Going into the draft, I just wanted to go to a team that would put me in the best position to succeed.  I wanted to go to a good city with a winning system, so being drafted by the Phoenix Suns was a great fit for me. 

Kee: What was it like playing for the Suns?

Lawal: Playing for the Suns was an amazing experience.  I had the opportunity to play with Steve Nash.  He’s a great guy.  Playing with him, you always have to have your hands ready because Steve will pass the ball at anytime and anywhere.  The Suns organization had a phenomenal medical team.  Unfortunately, my rookie year, I tore my ACL and their training staff helped me rehabilitate and got me in the best condition of my life.  When I returned to the court, I was so much stronger because of them.  In general, just being in the NBA was wonderful.  It was something I had worked for my entire life and for that dream to come true was surreal. 

Kee: I know Amar'e Stoudemire had just left for the Knicks right before you got to Phoenix.  Do you wish you would have had the opportunity to learn from him? 

Lawal: The guys on the team actually had a running joke about Amar'e.  We called him a “Phoenix Knick” because even though he wasn’t on the Suns anymore, he was always around.  He still had his house in Phoenix and would still come to the arena to work out with us, so I actually got to know him because of that.  He was a really good dude.  I was able to pick up little things from him like how to approach the game and to always have that dog mentality when I’m playing in the post. 

Kee: The next season the NBA had the lockout.  What did you do during that time?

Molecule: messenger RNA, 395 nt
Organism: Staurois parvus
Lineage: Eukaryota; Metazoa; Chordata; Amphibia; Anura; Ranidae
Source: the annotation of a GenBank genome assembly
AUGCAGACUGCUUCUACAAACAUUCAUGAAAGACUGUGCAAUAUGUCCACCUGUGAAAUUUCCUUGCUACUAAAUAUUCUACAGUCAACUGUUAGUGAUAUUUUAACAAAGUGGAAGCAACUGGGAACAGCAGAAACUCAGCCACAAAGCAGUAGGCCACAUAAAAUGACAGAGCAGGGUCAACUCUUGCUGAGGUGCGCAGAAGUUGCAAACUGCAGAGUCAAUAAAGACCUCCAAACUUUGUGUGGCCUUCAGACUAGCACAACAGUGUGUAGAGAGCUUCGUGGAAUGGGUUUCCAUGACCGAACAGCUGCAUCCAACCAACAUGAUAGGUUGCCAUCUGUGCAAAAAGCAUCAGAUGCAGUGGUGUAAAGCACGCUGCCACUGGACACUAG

Lawal: I went overseas to play in Poland and after that I went to training camp with the San Antonio Spurs.  Playing in Poland was a very interesting experience because it was my first time playing internationally.  I was far away from home and had to keep an open mind about being in a different culture and away from my family.  Playing basketball is easy, but there are so many other things that factor into playing overseas. 

Kee: Are fans more passionate overseas or in the NBA? 

Lawal: That’s a tough question.  NBA fans are really passionate depending on the franchise; like Lakers, Knicks and Celtics fans.  But there are some teams overseas whose fan bases are soccer like.  The fans are fighting, throwing flares and heckling the opposing team all game.  It’s crazy.   

Kee: What are your basketball goals moving forward? 

Lawal:  Lord willing, if I’m able to earn another shot at the NBA that would be great.  As a competitor, I want to be playing at the highest possible level, which is the NBA, but if that doesn’t happen, I want to be playing in the best leagues overseas that will continue to help me provide for my family. 

Kee: What are some of your aspirations when your playing days are over?

Lawal: When basketball is over, I also want to write, I want to travel the world, work with different sports teams and consult.  I love people and enjoy helping others become the best versions of themselves.  I can see myself being something along the lines of a motivational speaker that helps people with their personal growth and development.  I believe that everyone has a seed of greatness within that needs to be watered, and I think I would be great in helping people maximize their full potential.